FPGA based prototyping revisited – reducing time to prototyping
05 June 2017
Chip developers are facing ever-increasing verification requirements driven by growing hardware and software complexity.
Fast time to results is essential for them to ensure that projects can meet schedules. During the chip development flow, they demand to use the right tools for the right job at the right time, requiring a combination of formal, simulation, emulation, and FPGA prototyping as indicated in Figure 1.
Initially, when IP blocks and sub-systems are developed, formal verification and simulation are the main core engines. Later, hardware assisted techniques like emulation and FPGA based prototyping find their application. While simulation of gate-level timing and test aspects is often that last step prior to committing to tape-out, FPGA based prototyping enables software development at higher speed than emulation, which in exchange offers better visibility into the hardware than FPGA based prototyping. While studies show that 80 percent or more of all designs are prototyped in FPGA eventually, traditional prototyping comes at a significant cost and effort for bringing up the design in FPGA based prototyping architectures.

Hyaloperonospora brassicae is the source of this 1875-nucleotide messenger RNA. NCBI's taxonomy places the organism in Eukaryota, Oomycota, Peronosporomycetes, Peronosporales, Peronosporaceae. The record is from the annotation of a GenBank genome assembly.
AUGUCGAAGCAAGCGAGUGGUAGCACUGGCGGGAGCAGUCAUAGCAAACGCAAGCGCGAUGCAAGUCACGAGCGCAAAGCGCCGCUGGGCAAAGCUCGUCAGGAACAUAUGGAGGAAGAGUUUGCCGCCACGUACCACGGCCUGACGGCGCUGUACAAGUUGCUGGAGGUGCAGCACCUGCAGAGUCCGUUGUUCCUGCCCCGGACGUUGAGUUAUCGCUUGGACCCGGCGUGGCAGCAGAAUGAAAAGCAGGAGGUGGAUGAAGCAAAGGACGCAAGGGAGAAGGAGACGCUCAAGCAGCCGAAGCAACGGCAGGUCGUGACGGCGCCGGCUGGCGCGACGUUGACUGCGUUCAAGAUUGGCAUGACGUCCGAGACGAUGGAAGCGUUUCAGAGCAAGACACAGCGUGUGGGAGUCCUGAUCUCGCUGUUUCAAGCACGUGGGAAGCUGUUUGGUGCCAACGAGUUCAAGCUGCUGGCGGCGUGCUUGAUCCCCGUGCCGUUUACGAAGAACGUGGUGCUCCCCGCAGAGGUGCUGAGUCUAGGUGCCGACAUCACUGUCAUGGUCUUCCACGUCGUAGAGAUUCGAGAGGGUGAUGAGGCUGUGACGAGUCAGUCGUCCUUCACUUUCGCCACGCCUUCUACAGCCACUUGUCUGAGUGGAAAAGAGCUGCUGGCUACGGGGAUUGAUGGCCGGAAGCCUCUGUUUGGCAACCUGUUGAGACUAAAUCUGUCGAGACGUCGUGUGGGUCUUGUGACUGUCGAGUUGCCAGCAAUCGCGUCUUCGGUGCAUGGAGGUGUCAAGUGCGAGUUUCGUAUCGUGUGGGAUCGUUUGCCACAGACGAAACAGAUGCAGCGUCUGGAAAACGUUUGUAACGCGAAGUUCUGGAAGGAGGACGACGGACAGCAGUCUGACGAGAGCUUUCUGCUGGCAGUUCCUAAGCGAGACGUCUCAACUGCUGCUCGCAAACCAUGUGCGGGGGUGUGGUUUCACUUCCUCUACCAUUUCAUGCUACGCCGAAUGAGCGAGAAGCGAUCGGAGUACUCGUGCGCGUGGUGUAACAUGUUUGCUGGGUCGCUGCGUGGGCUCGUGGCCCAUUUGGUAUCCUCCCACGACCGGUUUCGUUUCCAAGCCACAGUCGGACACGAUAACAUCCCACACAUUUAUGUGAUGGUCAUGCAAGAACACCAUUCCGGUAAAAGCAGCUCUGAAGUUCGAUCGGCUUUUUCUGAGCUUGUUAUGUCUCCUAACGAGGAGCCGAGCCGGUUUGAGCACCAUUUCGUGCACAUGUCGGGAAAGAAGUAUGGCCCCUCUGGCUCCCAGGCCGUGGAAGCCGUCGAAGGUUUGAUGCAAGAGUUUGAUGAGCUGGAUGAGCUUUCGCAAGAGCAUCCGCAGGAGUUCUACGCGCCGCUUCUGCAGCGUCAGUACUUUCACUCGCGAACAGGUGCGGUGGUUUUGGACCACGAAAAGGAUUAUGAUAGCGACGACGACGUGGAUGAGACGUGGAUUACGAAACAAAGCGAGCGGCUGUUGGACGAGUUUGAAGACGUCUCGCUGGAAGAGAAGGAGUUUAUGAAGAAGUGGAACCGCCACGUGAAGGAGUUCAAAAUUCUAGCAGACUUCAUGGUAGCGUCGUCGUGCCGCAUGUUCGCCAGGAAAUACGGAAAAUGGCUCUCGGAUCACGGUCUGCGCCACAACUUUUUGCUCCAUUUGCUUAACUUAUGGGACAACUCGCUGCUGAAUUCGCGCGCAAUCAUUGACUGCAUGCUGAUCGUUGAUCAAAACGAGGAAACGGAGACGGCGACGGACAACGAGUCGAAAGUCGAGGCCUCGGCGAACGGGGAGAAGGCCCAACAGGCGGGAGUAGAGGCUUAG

Key challenges include the re-modelling and re-mapping of ASIC memories into scarce FPGA resources, synchronisation of clocks for multiple ASIC domains on PCB boards and within FPGAs, partitioning of the design if it cannot fit into a single FPGA and validation that after all the changes made to the design it is actually still functionally identical to the design with which the process started. Consequently, the time to prototype classically could take multiple months. As indicated in Figure 1 by way of left pointing arrows, if both simulation and FPGA based prototyping are accelerated or made available earlier, the time to tape-out can be reduced and development of software on FPGA based prototyping can start earlier.
As part of its Verification Suite, Cadence recently introduced both new simulation and FPGA based prototyping engines. The next generation simulation engine Xcelium is the industry’s first production-ready third-generation simulator combining a multi-core engine architected for fast System-on-Chip (SoC) simulation with a single-core engine that has been refactored for fast IP simulation. The patented multi-core solution automatically analyses designs and selects optimal configuration for speed, providing on-average simulation speed-up of 3X for RTL, 5X for gate-level and 10X for design for test. The single-core engine is proven to run a comprehensive set of simulation use cases and provides on average 2X speed-up over the Incisive Enterprise Simulator.